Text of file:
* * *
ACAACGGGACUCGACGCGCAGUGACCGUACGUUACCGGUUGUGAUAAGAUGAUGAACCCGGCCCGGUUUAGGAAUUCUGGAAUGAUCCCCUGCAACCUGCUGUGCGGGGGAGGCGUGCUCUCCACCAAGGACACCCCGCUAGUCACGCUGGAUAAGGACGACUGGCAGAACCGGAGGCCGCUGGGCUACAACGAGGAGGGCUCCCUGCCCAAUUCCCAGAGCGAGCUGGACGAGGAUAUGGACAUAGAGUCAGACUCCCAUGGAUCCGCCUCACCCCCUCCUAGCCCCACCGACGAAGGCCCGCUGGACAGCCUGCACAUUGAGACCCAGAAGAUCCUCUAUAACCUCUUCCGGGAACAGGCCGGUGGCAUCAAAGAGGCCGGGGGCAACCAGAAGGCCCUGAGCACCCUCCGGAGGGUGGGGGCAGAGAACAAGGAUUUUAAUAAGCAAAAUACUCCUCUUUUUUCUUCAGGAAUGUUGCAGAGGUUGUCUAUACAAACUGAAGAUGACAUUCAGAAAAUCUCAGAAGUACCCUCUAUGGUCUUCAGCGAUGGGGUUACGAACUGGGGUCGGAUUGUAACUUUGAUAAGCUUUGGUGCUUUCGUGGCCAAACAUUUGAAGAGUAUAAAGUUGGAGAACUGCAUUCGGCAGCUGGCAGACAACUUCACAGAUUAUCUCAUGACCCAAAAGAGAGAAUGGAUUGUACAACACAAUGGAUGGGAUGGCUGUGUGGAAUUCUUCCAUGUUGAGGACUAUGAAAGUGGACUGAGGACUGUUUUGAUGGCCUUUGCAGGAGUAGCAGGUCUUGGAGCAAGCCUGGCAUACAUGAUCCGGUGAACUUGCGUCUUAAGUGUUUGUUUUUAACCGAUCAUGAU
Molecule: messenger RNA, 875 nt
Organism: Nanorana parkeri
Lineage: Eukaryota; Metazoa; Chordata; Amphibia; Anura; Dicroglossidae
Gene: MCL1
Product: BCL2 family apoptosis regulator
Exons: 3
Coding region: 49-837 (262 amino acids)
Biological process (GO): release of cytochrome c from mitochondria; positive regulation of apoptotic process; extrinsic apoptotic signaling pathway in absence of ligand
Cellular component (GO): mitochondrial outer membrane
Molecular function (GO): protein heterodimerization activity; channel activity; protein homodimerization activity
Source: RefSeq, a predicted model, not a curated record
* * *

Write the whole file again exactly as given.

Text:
ACAACGGGACUCGACGCGCAGUGACCGUACGUUACCGGUUGUGAUAAGAUGAUGAACCCGGCCCGGUUUAGGAAUUCUGGAAUGAUCCCCUGCAACCUGCUGUGCGGGGGAGGCGUGCUCUCCACCAAGGACACCCCGCUAGUCACGCUGGAUAAGGACGACUGGCAGAACCGGAGGCCGCUGGGCUACAACGAGGAGGGCUCCCUGCCCAAUUCCCAGAGCGAGCUGGACGAGGAUAUGGACAUAGAGUCAGACUCCCAUGGAUCCGCCUCACCCCCUCCUAGCCCCACCGACGAAGGCCCGCUGGACAGCCUGCACAUUGAGACCCAGAAGAUCCUCUAUAACCUCUUCCGGGAACAGGCCGGUGGCAUCAAAGAGGCCGGGGGCAACCAGAAGGCCCUGAGCACCCUCCGGAGGGUGGGGGCAGAGAACAAGGAUUUUAAUAAGCAAAAUACUCCUCUUUUUUCUUCAGGAAUGUUGCAGAGGUUGUCUAUACAAACUGAAGAUGACAUUCAGAAAAUCUCAGAAGUACCCUCUAUGGUCUUCAGCGAUGGGGUUACGAACUGGGGUCGGAUUGUAACUUUGAUAAGCUUUGGUGCUUUCGUGGCCAAACAUUUGAAGAGUAUAAAGUUGGAGAACUGCAUUCGGCAGCUGGCAGACAACUUCACAGAUUAUCUCAUGACCCAAAAGAGAGAAUGGAUUGUACAACACAAUGGAUGGGAUGGCUGUGUGGAAUUCUUCCAUGUUGAGGACUAUGAAAGUGGACUGAGGACUGUUUUGAUGGCCUUUGCAGGAGUAGCAGGUCUUGGAGCAAGCCUGGCAUACAUGAUCCGGUGAACUUGCGUCUUAAGUGUUUGUUUUUAACCGAUCAUGAU
Molecule: messenger RNA, 875 nt
Organism: Nanorana parkeri
Lineage: Eukaryota; Metazoa; Chordata; Amphibia; Anura; Dicroglossidae
Gene: MCL1
Product: BCL2 family apoptosis regulator
Exons: 3
Coding region: 49-837 (262 amino acids)
Biological process (GO): release of cytochrome c from mitochondria; positive regulation of apoptotic process; extrinsic apoptotic signaling pathway in absence of ligand
Cellular component (GO): mitochondrial outer membrane
Molecular function (GO): protein heterodimerization activity; channel activity; protein homodimerization activity
Source: RefSeq, a predicted model, not a curated record